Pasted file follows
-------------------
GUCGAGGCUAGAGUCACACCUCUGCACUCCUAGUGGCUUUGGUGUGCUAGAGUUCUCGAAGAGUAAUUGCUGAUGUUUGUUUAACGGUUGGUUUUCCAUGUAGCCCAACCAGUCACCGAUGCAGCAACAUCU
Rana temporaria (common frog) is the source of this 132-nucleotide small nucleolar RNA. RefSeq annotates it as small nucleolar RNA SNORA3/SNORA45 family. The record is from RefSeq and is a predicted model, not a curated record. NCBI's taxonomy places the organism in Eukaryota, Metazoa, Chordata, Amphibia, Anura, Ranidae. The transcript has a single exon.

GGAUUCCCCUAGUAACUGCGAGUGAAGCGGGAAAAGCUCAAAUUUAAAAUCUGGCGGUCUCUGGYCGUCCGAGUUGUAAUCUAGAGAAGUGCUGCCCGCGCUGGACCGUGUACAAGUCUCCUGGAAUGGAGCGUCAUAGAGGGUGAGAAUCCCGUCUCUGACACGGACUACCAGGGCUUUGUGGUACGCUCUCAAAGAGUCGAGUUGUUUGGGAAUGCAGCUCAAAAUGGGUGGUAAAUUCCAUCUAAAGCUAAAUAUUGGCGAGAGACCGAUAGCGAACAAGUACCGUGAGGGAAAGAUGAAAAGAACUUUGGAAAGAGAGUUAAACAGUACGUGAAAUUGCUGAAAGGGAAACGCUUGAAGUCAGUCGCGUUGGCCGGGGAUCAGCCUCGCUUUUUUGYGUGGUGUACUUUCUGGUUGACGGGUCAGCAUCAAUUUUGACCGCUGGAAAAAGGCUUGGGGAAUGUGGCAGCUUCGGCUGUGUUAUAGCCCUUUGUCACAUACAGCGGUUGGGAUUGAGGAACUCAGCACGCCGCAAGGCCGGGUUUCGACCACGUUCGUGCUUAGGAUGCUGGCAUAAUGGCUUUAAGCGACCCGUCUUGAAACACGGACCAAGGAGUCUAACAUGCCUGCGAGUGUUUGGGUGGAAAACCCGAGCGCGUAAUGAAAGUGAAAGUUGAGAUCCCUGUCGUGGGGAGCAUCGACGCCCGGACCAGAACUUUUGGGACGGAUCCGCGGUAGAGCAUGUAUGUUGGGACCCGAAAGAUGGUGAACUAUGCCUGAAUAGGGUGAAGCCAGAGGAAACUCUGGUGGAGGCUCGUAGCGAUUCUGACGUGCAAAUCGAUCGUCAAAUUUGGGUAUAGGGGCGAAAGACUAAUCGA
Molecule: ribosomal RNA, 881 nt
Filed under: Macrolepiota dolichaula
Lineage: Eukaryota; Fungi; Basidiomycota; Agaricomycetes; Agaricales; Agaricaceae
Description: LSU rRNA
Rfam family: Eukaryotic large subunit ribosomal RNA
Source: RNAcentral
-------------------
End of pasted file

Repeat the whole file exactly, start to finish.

GUCGAGGCUAGAGUCACACCUCUGCACUCCUAGUGGCUUUGGUGUGCUAGAGUUCUCGAAGAGUAAUUGCUGAUGUUUGUUUAACGGUUGGUUUUCCAUGUAGCCCAACCAGUCACCGAUGCAGCAACAUCU
Rana temporaria (common frog) is the source of this 132-nucleotide small nucleolar RNA. RefSeq annotates it as small nucleolar RNA SNORA3/SNORA45 family. The record is from RefSeq and is a predicted model, not a curated record. NCBI's taxonomy places the organism in Eukaryota, Metazoa, Chordata, Amphibia, Anura, Ranidae. The transcript has a single exon.

GGAUUCCCCUAGUAACUGCGAGUGAAGCGGGAAAAGCUCAAAUUUAAAAUCUGGCGGUCUCUGGYCGUCCGAGUUGUAAUCUAGAGAAGUGCUGCCCGCGCUGGACCGUGUACAAGUCUCCUGGAAUGGAGCGUCAUAGAGGGUGAGAAUCCCGUCUCUGACACGGACUACCAGGGCUUUGUGGUACGCUCUCAAAGAGUCGAGUUGUUUGGGAAUGCAGCUCAAAAUGGGUGGUAAAUUCCAUCUAAAGCUAAAUAUUGGCGAGAGACCGAUAGCGAACAAGUACCGUGAGGGAAAGAUGAAAAGAACUUUGGAAAGAGAGUUAAACAGUACGUGAAAUUGCUGAAAGGGAAACGCUUGAAGUCAGUCGCGUUGGCCGGGGAUCAGCCUCGCUUUUUUGYGUGGUGUACUUUCUGGUUGACGGGUCAGCAUCAAUUUUGACCGCUGGAAAAAGGCUUGGGGAAUGUGGCAGCUUCGGCUGUGUUAUAGCCCUUUGUCACAUACAGCGGUUGGGAUUGAGGAACUCAGCACGCCGCAAGGCCGGGUUUCGACCACGUUCGUGCUUAGGAUGCUGGCAUAAUGGCUUUAAGCGACCCGUCUUGAAACACGGACCAAGGAGUCUAACAUGCCUGCGAGUGUUUGGGUGGAAAACCCGAGCGCGUAAUGAAAGUGAAAGUUGAGAUCCCUGUCGUGGGGAGCAUCGACGCCCGGACCAGAACUUUUGGGACGGAUCCGCGGUAGAGCAUGUAUGUUGGGACCCGAAAGAUGGUGAACUAUGCCUGAAUAGGGUGAAGCCAGAGGAAACUCUGGUGGAGGCUCGUAGCGAUUCUGACGUGCAAAUCGAUCGUCAAAUUUGGGUAUAGGGGCGAAAGACUAAUCGA
Molecule: ribosomal RNA, 881 nt
Filed under: Macrolepiota dolichaula
Lineage: Eukaryota; Fungi; Basidiomycota; Agaricomycetes; Agaricales; Agaricaceae
Description: LSU rRNA
Rfam family: Eukaryotic large subunit ribosomal RNA
Source: RNAcentral